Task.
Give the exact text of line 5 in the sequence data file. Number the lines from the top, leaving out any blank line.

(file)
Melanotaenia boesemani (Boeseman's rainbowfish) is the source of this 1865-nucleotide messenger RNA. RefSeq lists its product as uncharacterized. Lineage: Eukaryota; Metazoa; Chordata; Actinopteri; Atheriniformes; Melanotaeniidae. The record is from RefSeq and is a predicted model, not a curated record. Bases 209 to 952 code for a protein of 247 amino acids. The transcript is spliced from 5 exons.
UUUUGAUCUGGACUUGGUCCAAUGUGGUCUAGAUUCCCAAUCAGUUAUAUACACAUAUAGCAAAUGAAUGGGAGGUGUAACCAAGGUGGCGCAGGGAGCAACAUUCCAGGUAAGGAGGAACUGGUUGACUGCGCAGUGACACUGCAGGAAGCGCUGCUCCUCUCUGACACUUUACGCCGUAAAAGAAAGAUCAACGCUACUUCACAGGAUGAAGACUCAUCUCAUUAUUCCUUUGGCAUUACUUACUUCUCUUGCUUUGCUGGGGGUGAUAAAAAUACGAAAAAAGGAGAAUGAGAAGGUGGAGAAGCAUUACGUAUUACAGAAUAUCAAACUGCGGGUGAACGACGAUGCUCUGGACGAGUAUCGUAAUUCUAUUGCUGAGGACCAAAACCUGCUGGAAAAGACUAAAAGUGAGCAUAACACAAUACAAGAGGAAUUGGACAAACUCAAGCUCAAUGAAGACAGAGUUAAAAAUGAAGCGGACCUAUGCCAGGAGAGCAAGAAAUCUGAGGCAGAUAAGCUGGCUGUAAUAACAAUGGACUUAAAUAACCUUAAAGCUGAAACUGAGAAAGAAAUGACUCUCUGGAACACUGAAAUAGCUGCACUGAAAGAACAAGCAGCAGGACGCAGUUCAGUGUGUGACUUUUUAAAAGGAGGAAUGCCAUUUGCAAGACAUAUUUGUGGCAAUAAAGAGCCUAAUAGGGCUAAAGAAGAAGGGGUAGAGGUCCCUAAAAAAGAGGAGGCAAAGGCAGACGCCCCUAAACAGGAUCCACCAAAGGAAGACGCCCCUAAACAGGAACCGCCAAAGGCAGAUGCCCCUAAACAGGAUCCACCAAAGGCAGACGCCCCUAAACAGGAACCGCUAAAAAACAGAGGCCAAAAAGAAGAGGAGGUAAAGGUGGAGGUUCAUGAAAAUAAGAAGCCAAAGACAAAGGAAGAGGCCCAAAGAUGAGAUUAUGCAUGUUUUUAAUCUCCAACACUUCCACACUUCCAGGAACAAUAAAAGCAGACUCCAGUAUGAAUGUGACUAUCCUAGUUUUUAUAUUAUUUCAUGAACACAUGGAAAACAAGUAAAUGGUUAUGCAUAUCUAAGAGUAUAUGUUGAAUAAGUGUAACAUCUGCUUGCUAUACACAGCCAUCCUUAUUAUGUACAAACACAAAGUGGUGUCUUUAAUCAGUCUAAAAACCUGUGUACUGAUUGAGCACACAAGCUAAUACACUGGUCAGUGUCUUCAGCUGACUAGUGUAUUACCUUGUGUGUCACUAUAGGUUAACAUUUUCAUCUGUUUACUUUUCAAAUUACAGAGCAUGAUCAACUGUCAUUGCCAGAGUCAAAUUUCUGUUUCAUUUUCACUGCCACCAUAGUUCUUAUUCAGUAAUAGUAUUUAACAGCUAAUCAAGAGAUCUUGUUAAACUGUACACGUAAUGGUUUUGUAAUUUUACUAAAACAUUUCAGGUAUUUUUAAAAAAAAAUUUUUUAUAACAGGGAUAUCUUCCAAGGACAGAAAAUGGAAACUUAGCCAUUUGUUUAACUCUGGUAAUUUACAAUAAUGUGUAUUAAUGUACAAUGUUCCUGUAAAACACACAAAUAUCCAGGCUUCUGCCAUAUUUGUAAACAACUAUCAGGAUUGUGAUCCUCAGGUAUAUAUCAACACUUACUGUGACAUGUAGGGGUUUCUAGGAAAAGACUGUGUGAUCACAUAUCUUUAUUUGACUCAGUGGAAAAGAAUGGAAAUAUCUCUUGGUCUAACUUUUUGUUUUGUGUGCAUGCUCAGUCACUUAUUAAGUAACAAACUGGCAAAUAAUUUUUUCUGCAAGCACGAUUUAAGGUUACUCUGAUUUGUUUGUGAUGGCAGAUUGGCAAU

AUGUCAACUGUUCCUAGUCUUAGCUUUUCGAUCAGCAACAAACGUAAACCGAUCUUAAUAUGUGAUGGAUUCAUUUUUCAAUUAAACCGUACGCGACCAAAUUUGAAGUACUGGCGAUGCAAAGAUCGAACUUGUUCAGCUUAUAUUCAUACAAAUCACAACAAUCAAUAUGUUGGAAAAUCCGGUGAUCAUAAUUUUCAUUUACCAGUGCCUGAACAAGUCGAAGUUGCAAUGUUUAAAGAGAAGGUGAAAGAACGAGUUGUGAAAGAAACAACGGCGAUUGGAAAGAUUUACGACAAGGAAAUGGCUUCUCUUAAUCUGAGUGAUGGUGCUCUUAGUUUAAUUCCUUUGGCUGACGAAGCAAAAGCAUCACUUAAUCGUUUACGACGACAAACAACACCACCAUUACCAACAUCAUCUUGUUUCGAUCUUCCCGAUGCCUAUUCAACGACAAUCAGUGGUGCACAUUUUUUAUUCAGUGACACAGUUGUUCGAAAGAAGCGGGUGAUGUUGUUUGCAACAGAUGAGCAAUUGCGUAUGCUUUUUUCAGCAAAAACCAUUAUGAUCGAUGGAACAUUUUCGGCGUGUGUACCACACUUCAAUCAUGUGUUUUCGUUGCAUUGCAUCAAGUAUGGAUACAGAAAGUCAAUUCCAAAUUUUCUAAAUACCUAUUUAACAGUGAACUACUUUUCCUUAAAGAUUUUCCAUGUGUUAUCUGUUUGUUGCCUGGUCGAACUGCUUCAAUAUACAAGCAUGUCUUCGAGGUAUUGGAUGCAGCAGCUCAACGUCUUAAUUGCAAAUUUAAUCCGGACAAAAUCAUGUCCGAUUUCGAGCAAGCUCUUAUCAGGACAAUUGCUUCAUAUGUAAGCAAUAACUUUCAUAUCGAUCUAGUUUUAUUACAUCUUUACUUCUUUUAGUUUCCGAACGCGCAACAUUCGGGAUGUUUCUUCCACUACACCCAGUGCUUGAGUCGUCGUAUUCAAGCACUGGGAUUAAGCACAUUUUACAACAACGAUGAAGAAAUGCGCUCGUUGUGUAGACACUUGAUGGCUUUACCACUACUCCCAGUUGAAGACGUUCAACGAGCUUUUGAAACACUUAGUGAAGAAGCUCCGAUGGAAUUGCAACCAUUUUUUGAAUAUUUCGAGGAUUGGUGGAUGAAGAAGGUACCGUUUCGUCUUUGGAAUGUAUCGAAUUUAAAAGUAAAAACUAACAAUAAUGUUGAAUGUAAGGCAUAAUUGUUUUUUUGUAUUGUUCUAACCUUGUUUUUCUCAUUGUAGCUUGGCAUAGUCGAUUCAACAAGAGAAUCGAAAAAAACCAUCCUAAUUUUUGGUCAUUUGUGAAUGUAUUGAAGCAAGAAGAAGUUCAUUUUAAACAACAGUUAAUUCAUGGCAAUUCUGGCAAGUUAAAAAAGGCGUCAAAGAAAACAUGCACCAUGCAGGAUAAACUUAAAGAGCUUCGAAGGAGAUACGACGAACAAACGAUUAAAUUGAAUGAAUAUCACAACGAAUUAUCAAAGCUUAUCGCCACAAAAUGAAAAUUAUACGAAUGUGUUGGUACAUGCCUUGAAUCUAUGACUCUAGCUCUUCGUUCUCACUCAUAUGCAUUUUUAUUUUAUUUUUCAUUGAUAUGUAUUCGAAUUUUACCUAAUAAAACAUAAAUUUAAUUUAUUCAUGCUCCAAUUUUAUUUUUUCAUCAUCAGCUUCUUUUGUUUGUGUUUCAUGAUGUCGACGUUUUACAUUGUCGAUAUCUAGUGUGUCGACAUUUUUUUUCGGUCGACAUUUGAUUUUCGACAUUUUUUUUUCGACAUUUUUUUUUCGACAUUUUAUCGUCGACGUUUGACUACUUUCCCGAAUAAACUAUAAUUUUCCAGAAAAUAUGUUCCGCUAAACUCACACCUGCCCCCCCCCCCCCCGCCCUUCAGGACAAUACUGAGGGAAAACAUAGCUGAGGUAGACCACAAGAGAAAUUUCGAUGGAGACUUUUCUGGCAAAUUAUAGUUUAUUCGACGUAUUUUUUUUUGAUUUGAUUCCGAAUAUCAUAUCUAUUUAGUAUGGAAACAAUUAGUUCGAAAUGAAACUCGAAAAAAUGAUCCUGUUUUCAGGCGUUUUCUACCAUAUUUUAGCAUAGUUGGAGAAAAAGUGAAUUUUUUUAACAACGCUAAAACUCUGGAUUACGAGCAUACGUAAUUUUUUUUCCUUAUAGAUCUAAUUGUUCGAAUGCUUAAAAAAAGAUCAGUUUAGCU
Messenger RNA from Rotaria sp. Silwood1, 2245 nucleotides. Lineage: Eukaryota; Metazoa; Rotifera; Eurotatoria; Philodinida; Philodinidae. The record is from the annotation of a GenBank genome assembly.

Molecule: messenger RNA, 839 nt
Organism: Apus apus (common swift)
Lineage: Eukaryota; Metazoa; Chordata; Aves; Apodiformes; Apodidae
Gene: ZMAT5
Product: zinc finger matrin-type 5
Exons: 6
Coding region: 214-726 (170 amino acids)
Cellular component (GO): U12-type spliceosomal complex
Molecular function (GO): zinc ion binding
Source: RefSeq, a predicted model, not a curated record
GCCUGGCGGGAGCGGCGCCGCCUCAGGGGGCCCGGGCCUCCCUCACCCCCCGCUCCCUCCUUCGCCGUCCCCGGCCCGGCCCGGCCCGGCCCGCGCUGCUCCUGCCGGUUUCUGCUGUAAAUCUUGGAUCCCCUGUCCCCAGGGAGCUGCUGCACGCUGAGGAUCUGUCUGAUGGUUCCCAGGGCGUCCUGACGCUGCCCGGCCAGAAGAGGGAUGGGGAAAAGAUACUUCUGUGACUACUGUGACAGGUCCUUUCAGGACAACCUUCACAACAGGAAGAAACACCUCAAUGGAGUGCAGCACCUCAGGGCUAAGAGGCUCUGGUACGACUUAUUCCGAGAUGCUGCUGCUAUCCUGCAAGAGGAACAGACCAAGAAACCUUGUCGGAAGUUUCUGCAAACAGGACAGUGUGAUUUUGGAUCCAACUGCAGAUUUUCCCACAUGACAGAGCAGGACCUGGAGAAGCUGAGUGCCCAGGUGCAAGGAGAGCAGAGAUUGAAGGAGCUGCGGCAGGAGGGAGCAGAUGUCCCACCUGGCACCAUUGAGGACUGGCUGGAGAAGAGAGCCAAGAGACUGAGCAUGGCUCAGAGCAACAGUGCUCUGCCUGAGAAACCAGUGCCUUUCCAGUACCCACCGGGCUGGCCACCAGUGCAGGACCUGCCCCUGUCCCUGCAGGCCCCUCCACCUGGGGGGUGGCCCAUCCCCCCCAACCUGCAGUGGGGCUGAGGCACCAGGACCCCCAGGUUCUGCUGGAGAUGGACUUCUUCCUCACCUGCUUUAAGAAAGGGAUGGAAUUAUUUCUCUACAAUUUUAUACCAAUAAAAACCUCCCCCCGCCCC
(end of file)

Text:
Molecule: messenger RNA, 839 nt